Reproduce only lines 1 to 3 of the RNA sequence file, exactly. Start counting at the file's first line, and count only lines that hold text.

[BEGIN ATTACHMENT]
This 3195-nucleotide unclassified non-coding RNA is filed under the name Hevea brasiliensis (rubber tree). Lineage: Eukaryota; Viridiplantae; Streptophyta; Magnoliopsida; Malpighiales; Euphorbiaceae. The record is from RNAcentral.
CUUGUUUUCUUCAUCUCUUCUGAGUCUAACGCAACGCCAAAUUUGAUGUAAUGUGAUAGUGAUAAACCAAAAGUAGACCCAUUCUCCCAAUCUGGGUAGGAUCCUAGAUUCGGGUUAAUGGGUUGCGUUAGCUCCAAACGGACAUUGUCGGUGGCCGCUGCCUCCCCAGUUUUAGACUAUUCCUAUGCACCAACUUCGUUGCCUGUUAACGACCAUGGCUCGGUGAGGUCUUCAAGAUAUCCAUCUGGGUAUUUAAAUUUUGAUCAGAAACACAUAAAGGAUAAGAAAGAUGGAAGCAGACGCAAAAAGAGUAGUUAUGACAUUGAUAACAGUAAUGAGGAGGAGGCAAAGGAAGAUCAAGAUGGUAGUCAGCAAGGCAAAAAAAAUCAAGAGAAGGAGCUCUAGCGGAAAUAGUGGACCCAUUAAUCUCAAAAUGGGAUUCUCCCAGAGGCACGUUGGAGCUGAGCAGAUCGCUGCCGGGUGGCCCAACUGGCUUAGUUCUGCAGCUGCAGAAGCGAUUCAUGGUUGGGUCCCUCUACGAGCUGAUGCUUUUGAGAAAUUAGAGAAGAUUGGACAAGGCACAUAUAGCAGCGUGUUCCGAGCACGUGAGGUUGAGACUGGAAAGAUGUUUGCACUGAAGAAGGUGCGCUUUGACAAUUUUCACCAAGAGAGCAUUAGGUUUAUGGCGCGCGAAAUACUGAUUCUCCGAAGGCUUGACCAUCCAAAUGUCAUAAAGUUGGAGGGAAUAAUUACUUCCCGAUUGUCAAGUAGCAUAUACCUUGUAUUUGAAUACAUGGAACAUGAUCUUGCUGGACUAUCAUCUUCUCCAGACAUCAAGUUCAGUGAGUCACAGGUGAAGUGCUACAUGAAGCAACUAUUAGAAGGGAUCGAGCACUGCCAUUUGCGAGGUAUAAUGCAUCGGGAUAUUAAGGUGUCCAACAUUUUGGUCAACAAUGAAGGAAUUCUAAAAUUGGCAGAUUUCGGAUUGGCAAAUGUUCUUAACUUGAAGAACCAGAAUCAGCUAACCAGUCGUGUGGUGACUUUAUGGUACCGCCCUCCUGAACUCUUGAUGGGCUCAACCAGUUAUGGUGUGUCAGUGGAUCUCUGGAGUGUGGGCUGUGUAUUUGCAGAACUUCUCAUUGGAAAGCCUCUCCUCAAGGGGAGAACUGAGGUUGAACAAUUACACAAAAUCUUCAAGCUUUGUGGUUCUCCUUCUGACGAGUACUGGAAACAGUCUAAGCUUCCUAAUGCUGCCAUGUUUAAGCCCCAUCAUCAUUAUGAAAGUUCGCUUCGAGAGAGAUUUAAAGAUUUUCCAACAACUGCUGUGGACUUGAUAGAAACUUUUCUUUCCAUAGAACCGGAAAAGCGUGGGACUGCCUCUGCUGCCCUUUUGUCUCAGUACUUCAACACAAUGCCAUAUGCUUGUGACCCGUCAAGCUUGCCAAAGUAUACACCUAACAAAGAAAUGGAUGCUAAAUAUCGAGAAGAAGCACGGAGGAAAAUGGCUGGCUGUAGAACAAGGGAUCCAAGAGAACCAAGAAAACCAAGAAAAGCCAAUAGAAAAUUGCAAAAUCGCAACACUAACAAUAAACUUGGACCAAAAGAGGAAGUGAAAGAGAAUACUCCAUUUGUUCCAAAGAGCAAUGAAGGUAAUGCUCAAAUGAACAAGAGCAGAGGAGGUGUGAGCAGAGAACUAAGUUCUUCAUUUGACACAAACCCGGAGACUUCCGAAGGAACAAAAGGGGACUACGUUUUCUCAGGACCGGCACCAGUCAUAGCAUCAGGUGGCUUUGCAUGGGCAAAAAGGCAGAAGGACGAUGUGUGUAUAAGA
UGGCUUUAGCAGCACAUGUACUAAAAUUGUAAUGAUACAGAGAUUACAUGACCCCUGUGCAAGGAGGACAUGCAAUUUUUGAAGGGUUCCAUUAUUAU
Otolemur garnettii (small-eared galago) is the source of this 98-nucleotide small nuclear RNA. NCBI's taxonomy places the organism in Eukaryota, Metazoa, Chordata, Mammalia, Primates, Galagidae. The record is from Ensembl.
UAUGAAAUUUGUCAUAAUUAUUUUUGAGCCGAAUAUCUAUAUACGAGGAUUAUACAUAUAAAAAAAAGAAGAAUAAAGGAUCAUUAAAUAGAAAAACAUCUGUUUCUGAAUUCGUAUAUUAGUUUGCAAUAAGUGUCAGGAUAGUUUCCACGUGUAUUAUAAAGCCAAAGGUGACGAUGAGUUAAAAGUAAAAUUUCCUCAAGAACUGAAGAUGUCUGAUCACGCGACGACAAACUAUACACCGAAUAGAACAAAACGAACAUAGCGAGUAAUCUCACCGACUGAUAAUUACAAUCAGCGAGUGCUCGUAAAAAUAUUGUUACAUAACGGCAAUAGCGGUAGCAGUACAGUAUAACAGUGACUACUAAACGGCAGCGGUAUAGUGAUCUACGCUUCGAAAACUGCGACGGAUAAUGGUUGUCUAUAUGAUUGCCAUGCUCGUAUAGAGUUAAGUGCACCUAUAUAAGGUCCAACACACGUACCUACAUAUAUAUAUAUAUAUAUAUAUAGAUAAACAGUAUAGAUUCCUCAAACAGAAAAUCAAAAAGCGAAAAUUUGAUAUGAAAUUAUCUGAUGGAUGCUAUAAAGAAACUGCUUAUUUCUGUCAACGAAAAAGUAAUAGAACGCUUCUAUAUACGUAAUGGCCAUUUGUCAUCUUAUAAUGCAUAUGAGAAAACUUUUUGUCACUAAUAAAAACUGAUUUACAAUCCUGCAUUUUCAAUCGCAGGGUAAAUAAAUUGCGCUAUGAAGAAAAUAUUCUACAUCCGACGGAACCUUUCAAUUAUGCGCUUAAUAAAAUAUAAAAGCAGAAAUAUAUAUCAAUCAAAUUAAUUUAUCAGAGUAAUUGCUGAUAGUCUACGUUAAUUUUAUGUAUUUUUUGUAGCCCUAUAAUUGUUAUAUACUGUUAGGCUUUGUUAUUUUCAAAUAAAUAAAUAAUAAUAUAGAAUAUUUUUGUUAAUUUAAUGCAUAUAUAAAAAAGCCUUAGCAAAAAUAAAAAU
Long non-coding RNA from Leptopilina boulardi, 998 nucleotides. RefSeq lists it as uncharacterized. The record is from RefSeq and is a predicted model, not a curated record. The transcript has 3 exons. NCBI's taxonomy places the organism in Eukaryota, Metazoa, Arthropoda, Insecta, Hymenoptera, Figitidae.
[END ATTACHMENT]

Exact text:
This 3195-nucleotide unclassified non-coding RNA is filed under the name Hevea brasiliensis (rubber tree). Lineage: Eukaryota; Viridiplantae; Streptophyta; Magnoliopsida; Malpighiales; Euphorbiaceae. The record is from RNAcentral.
CUUGUUUUCUUCAUCUCUUCUGAGUCUAACGCAACGCCAAAUUUGAUGUAAUGUGAUAGUGAUAAACCAAAAGUAGACCCAUUCUCCCAAUCUGGGUAGGAUCCUAGAUUCGGGUUAAUGGGUUGCGUUAGCUCCAAACGGACAUUGUCGGUGGCCGCUGCCUCCCCAGUUUUAGACUAUUCCUAUGCACCAACUUCGUUGCCUGUUAACGACCAUGGCUCGGUGAGGUCUUCAAGAUAUCCAUCUGGGUAUUUAAAUUUUGAUCAGAAACACAUAAAGGAUAAGAAAGAUGGAAGCAGACGCAAAAAGAGUAGUUAUGACAUUGAUAACAGUAAUGAGGAGGAGGCAAAGGAAGAUCAAGAUGGUAGUCAGCAAGGCAAAAAAAAUCAAGAGAAGGAGCUCUAGCGGAAAUAGUGGACCCAUUAAUCUCAAAAUGGGAUUCUCCCAGAGGCACGUUGGAGCUGAGCAGAUCGCUGCCGGGUGGCCCAACUGGCUUAGUUCUGCAGCUGCAGAAGCGAUUCAUGGUUGGGUCCCUCUACGAGCUGAUGCUUUUGAGAAAUUAGAGAAGAUUGGACAAGGCACAUAUAGCAGCGUGUUCCGAGCACGUGAGGUUGAGACUGGAAAGAUGUUUGCACUGAAGAAGGUGCGCUUUGACAAUUUUCACCAAGAGAGCAUUAGGUUUAUGGCGCGCGAAAUACUGAUUCUCCGAAGGCUUGACCAUCCAAAUGUCAUAAAGUUGGAGGGAAUAAUUACUUCCCGAUUGUCAAGUAGCAUAUACCUUGUAUUUGAAUACAUGGAACAUGAUCUUGCUGGACUAUCAUCUUCUCCAGACAUCAAGUUCAGUGAGUCACAGGUGAAGUGCUACAUGAAGCAACUAUUAGAAGGGAUCGAGCACUGCCAUUUGCGAGGUAUAAUGCAUCGGGAUAUUAAGGUGUCCAACAUUUUGGUCAACAAUGAAGGAAUUCUAAAAUUGGCAGAUUUCGGAUUGGCAAAUGUUCUUAACUUGAAGAACCAGAAUCAGCUAACCAGUCGUGUGGUGACUUUAUGGUACCGCCCUCCUGAACUCUUGAUGGGCUCAACCAGUUAUGGUGUGUCAGUGGAUCUCUGGAGUGUGGGCUGUGUAUUUGCAGAACUUCUCAUUGGAAAGCCUCUCCUCAAGGGGAGAACUGAGGUUGAACAAUUACACAAAAUCUUCAAGCUUUGUGGUUCUCCUUCUGACGAGUACUGGAAACAGUCUAAGCUUCCUAAUGCUGCCAUGUUUAAGCCCCAUCAUCAUUAUGAAAGUUCGCUUCGAGAGAGAUUUAAAGAUUUUCCAACAACUGCUGUGGACUUGAUAGAAACUUUUCUUUCCAUAGAACCGGAAAAGCGUGGGACUGCCUCUGCUGCCCUUUUGUCUCAGUACUUCAACACAAUGCCAUAUGCUUGUGACCCGUCAAGCUUGCCAAAGUAUACACCUAACAAAGAAAUGGAUGCUAAAUAUCGAGAAGAAGCACGGAGGAAAAUGGCUGGCUGUAGAACAAGGGAUCCAAGAGAACCAAGAAAACCAAGAAAAGCCAAUAGAAAAUUGCAAAAUCGCAACACUAACAAUAAACUUGGACCAAAAGAGGAAGUGAAAGAGAAUACUCCAUUUGUUCCAAAGAGCAAUGAAGGUAAUGCUCAAAUGAACAAGAGCAGAGGAGGUGUGAGCAGAGAACUAAGUUCUUCAUUUGACACAAACCCGGAGACUUCCGAAGGAACAAAAGGGGACUACGUUUUCUCAGGACCGGCACCAGUCAUAGCAUCAGGUGGCUUUGCAUGGGCAAAAAGGCAGAAGGACGAUGUGUGUAUAAGA
UGGCUUUAGCAGCACAUGUACUAAAAUUGUAAUGAUACAGAGAUUACAUGACCCCUGUGCAAGGAGGACAUGCAAUUUUUGAAGGGUUCCAUUAUUAU